60/40? Do you have the right mix of shares versus bonds?

Amy C. Arnott, CFA  |   01st Apr 2022  |   4 min read

Bonds have been a beautiful thing over the past couple of decades, compounding returns at a decent clip while faithfully filling their traditional role as buffers in down markets. But now that interest rates are close to all-time lows, their future return prospects are much lower.

In this article, I’ll explain why investors saving for retirement should consider shifting their asset allocations to lean more heavily on stocks. I’ll also run through some of the pros and cons of doing that, especially when it comes to downside risk.

Assumptions needed for planning purposes

We generally avoid making predictions about long-term market returns. But for planning purposes, investors need to use some type of return assumptions instead of just throwing up their hands in the face of unpredictable future returns.

Looking at long-term historical norms is a place to start. Over the past 92 years since 1928, Treasury bonds have averaged annual returns of 5.15%, while medium-quality corporate bonds have returned 7.22%. If you subtract inflation, real returns are 2.17% for Treasuries and 4.22% for corporates.

But it’s highly unlikely that bond returns will reach the same level over the next 10 years. The yield on the 10-year Treasury has steadily declined over most of the past 20 years, and the Fed’s recent interest-rate cuts have pushed yields down even further, as shown in the chart below.

Exhibit 1: 10-Year U.S. Treasury Yield Over Time

Source: U.S. Treasury/multpl.com. Data at 31 May 2020

Yield makes up much of the return bond investors earn, so rock-bottom yields suggest future returns are likely to be far lower than in the past, and may not even keep up with inflation. Lower future returns have profound implications for retirement planning. Investors who stick with the same asset-allocation guidelines that worked in the past will likely fall short of their goals.

How should portfolios change?

Take a hypothetical 50-year-old investor who starts with a $300,000 balance invested in a portfolio combining 60% stocks and 40% bonds. If she’s able to sock away $500 per month over a 15-year period, the outcome looks pretty good if you assume the same rates of return we’ve seen over the past 15 years. But if we ratchet down the return assumption for bonds to 1.5% annually, the investor ends up with about $150,000 less, which might translate into a year or two of retirement spending.

Even those projections might be too aggressive because they assume equity returns stay at the same level over the next 15 years. With a more conservative assumption of 7% nominal returns for stocks, the ending balance would total about $264,000 less.

Exhibit 2: Potential Savings Gap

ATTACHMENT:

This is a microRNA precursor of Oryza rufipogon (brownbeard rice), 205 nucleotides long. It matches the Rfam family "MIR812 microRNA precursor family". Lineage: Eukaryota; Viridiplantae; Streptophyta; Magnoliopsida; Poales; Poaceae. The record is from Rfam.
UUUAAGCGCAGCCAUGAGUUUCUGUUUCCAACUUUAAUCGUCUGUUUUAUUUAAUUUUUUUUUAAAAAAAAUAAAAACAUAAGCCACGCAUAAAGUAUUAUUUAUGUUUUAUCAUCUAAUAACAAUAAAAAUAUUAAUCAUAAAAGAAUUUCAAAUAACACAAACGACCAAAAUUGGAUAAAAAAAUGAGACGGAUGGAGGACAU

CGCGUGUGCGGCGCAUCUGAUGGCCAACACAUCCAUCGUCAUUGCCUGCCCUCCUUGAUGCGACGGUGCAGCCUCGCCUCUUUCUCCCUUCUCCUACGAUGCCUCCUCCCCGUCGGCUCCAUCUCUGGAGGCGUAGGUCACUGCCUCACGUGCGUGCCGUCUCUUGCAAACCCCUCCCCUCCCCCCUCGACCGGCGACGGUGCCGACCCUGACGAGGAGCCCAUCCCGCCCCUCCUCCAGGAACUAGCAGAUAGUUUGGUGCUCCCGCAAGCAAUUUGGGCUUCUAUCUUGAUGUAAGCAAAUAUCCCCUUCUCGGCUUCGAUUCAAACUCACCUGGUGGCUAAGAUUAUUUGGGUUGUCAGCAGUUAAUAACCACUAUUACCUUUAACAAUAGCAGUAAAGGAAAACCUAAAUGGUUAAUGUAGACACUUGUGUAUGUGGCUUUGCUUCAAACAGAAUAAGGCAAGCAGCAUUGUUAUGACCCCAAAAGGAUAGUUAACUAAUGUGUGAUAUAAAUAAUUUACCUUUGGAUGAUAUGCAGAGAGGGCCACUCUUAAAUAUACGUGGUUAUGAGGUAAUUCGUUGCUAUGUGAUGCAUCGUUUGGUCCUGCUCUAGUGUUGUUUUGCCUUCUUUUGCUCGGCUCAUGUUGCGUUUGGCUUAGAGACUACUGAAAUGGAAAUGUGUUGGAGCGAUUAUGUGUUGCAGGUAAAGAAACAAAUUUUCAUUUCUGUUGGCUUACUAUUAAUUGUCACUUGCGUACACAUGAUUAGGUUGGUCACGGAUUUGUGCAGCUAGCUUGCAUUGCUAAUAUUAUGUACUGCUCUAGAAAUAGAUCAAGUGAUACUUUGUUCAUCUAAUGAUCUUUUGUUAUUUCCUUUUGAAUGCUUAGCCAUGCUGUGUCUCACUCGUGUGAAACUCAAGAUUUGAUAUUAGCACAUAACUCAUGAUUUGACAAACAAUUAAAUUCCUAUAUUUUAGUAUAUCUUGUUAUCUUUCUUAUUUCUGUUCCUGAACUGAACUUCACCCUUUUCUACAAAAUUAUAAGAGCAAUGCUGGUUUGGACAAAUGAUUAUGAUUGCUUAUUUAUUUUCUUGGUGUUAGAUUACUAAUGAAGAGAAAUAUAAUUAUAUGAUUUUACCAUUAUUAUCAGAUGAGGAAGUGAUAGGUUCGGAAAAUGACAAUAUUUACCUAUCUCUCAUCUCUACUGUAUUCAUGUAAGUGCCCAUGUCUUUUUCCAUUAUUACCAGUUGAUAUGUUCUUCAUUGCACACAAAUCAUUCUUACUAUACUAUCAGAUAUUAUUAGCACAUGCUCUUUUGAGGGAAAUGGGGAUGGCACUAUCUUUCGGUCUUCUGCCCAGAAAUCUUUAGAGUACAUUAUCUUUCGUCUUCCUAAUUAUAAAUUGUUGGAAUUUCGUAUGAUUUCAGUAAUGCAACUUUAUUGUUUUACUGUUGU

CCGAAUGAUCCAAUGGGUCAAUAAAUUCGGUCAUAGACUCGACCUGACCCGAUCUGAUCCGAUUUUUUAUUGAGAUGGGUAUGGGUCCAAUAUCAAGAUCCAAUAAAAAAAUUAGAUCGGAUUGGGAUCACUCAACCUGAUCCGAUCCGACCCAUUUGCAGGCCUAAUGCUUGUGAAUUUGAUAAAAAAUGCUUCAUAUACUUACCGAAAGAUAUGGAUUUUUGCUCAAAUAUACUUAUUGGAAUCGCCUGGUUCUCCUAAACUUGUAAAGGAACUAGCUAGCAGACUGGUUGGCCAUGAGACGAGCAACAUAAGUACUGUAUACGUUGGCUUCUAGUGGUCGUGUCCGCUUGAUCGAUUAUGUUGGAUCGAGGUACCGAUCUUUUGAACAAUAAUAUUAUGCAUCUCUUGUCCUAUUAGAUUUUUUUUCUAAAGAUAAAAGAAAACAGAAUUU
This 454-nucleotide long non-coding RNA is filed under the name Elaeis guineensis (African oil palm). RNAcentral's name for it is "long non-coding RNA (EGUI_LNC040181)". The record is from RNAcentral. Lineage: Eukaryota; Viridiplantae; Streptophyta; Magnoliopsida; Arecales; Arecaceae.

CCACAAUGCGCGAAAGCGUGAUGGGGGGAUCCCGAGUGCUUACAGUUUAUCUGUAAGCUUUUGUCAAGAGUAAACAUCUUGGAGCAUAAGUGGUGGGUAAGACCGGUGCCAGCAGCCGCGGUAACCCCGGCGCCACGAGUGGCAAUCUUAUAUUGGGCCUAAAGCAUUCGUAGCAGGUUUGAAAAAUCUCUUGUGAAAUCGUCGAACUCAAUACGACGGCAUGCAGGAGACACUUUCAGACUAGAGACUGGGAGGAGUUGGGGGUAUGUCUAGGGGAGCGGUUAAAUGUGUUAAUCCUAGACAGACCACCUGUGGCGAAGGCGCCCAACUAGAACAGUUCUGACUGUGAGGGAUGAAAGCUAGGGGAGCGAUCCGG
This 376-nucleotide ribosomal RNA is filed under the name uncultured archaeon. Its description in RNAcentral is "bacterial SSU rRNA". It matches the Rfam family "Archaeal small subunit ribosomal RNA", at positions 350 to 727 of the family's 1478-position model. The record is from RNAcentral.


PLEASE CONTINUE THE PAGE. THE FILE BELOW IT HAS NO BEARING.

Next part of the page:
Source: Author’s calculations. Return assumptions are based on weighted returns for a 60/40 portfolio. Assumes a starting balance of $300,000 plus $500 monthly investments over a 15-year horizon. Date as at 31 May 2020.

Stocks to the rescue

Of course, the safest way to improve a long-term portfolio’s prospects is to boost contributions (or reduce withdrawals, if you’re retired). But a higher equity allocation could help fill some of the gap.

If we shift to an 80/20 mix and stick with the more conservative return assumptions, the ending balance gets a bit closer to the original level, reaching $870,000. Even shifting to a 90/10 mix (which would be more aggressive than the typical target-date fund with a 15-year time horizon) doesn’t quite get the ending balance back up to the original level. It would reach about $939,000 instead of more than $1 million.

How much is too much?

Of course, higher equity allocations come at a cost. As shown in the table below, there’s a direct relationship between equity exposure and risk.

The standard deviation (a measure of risk) for a portfolio combining 80% stocks and 20% bonds is about 34% higher than the traditional 60/40 asset mix.

Exhibit 3: Risk/Return Trade-offs for Different Asset Mixes

Source: Morningstar Direct. Data through 5/31/20.

Looking at performance during previous market downturns is another way to gut-check your risk tolerance before making any shifts to your asset allocation. For example, in the COVID-19 correction from 19 February to 23 March 2020, a portfolio with an 80% equity weighting would have lost about 27%, compared with a 21% loss for a portfolio with a 60% equity stake (using the US data above).

Exhibit 4: Performance in Previous Market Downturns

Source: Morningstar Direct. Data as of 31 May 2020.

Conclusion on the right allocation

Ultimately, the ‘right’ asset allocation is incredibly personal. Risk tolerance is a key input, but so is risk capacity, the amount of risk you can take given your proximity to needing to spend from your savings. If you’re within a few years of retirement, having an allocation to safer assets like cash and bonds won’t just lower your portfolio’s volatility; it will help ensure that you don’t have to invade your equity assets when they’re down.

At the same time, low bond yields don’t bode well for future returns. That suggests overweighting bonds is apt to reduce returns, and may result in a shortfall for investors who allocate too much to them in the name of safety.

Investors will likely need to pursue multiple strategies to help address the potential savings gap. Significantly increasing pre-retirement savings and reducing planned spending can improve your odds of success.

But if you’re willing to take on additional risk—and confident that you won’t be tempted to sell during market drawdowns—increasing your equity exposure can help fill part of the shortfall.

Originally posted 2020-06-29 11:41:45.

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